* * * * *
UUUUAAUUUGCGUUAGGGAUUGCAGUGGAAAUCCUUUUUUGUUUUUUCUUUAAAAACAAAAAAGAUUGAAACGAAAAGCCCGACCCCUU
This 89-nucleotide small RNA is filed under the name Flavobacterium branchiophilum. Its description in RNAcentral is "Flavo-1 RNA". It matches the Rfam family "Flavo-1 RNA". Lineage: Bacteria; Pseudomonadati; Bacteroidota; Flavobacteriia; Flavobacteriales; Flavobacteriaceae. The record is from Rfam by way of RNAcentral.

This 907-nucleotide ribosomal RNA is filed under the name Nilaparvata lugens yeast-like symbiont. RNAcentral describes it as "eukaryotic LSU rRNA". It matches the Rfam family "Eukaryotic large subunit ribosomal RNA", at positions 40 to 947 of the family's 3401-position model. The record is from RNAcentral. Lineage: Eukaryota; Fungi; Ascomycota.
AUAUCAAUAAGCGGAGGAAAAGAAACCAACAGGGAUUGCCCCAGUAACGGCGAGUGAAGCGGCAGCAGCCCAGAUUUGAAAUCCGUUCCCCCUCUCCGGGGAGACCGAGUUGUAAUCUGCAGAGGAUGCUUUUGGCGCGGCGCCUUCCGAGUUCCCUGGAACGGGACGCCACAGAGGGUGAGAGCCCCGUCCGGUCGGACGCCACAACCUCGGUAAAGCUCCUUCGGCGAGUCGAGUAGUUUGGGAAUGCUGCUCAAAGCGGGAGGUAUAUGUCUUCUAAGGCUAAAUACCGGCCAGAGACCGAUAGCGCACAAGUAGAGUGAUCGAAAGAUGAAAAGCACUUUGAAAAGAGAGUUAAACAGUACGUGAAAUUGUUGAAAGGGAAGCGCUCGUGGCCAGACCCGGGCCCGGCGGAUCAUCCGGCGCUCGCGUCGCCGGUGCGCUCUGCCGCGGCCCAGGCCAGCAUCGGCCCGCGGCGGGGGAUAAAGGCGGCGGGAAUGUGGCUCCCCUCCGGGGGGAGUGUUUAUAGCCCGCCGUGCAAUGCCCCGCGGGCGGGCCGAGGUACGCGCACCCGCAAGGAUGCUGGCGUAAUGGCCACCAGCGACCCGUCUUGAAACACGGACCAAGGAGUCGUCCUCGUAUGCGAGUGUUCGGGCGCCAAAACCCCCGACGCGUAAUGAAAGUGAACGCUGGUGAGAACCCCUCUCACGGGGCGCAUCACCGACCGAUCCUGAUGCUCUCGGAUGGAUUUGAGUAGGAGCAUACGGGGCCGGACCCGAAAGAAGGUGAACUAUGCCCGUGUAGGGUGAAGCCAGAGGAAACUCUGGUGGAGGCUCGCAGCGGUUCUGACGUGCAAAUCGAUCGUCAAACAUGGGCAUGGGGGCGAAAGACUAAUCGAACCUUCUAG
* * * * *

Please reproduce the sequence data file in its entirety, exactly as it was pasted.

UUUUAAUUUGCGUUAGGGAUUGCAGUGGAAAUCCUUUUUUGUUUUUUCUUUAAAAACAAAAAAGAUUGAAACGAAAAGCCCGACCCCUU
This 89-nucleotide small RNA is filed under the name Flavobacterium branchiophilum. Its description in RNAcentral is "Flavo-1 RNA". It matches the Rfam family "Flavo-1 RNA". Lineage: Bacteria; Pseudomonadati; Bacteroidota; Flavobacteriia; Flavobacteriales; Flavobacteriaceae. The record is from Rfam by way of RNAcentral.

This 907-nucleotide ribosomal RNA is filed under the name Nilaparvata lugens yeast-like symbiont. RNAcentral describes it as "eukaryotic LSU rRNA". It matches the Rfam family "Eukaryotic large subunit ribosomal RNA", at positions 40 to 947 of the family's 3401-position model. The record is from RNAcentral. Lineage: Eukaryota; Fungi; Ascomycota.
AUAUCAAUAAGCGGAGGAAAAGAAACCAACAGGGAUUGCCCCAGUAACGGCGAGUGAAGCGGCAGCAGCCCAGAUUUGAAAUCCGUUCCCCCUCUCCGGGGAGACCGAGUUGUAAUCUGCAGAGGAUGCUUUUGGCGCGGCGCCUUCCGAGUUCCCUGGAACGGGACGCCACAGAGGGUGAGAGCCCCGUCCGGUCGGACGCCACAACCUCGGUAAAGCUCCUUCGGCGAGUCGAGUAGUUUGGGAAUGCUGCUCAAAGCGGGAGGUAUAUGUCUUCUAAGGCUAAAUACCGGCCAGAGACCGAUAGCGCACAAGUAGAGUGAUCGAAAGAUGAAAAGCACUUUGAAAAGAGAGUUAAACAGUACGUGAAAUUGUUGAAAGGGAAGCGCUCGUGGCCAGACCCGGGCCCGGCGGAUCAUCCGGCGCUCGCGUCGCCGGUGCGCUCUGCCGCGGCCCAGGCCAGCAUCGGCCCGCGGCGGGGGAUAAAGGCGGCGGGAAUGUGGCUCCCCUCCGGGGGGAGUGUUUAUAGCCCGCCGUGCAAUGCCCCGCGGGCGGGCCGAGGUACGCGCACCCGCAAGGAUGCUGGCGUAAUGGCCACCAGCGACCCGUCUUGAAACACGGACCAAGGAGUCGUCCUCGUAUGCGAGUGUUCGGGCGCCAAAACCCCCGACGCGUAAUGAAAGUGAACGCUGGUGAGAACCCCUCUCACGGGGCGCAUCACCGACCGAUCCUGAUGCUCUCGGAUGGAUUUGAGUAGGAGCAUACGGGGCCGGACCCGAAAGAAGGUGAACUAUGCCCGUGUAGGGUGAAGCCAGAGGAAACUCUGGUGGAGGCUCGCAGCGGUUCUGACGUGCAAAUCGAUCGUCAAACAUGGGCAUGGGGGCGAAAGACUAAUCGAACCUUCUAG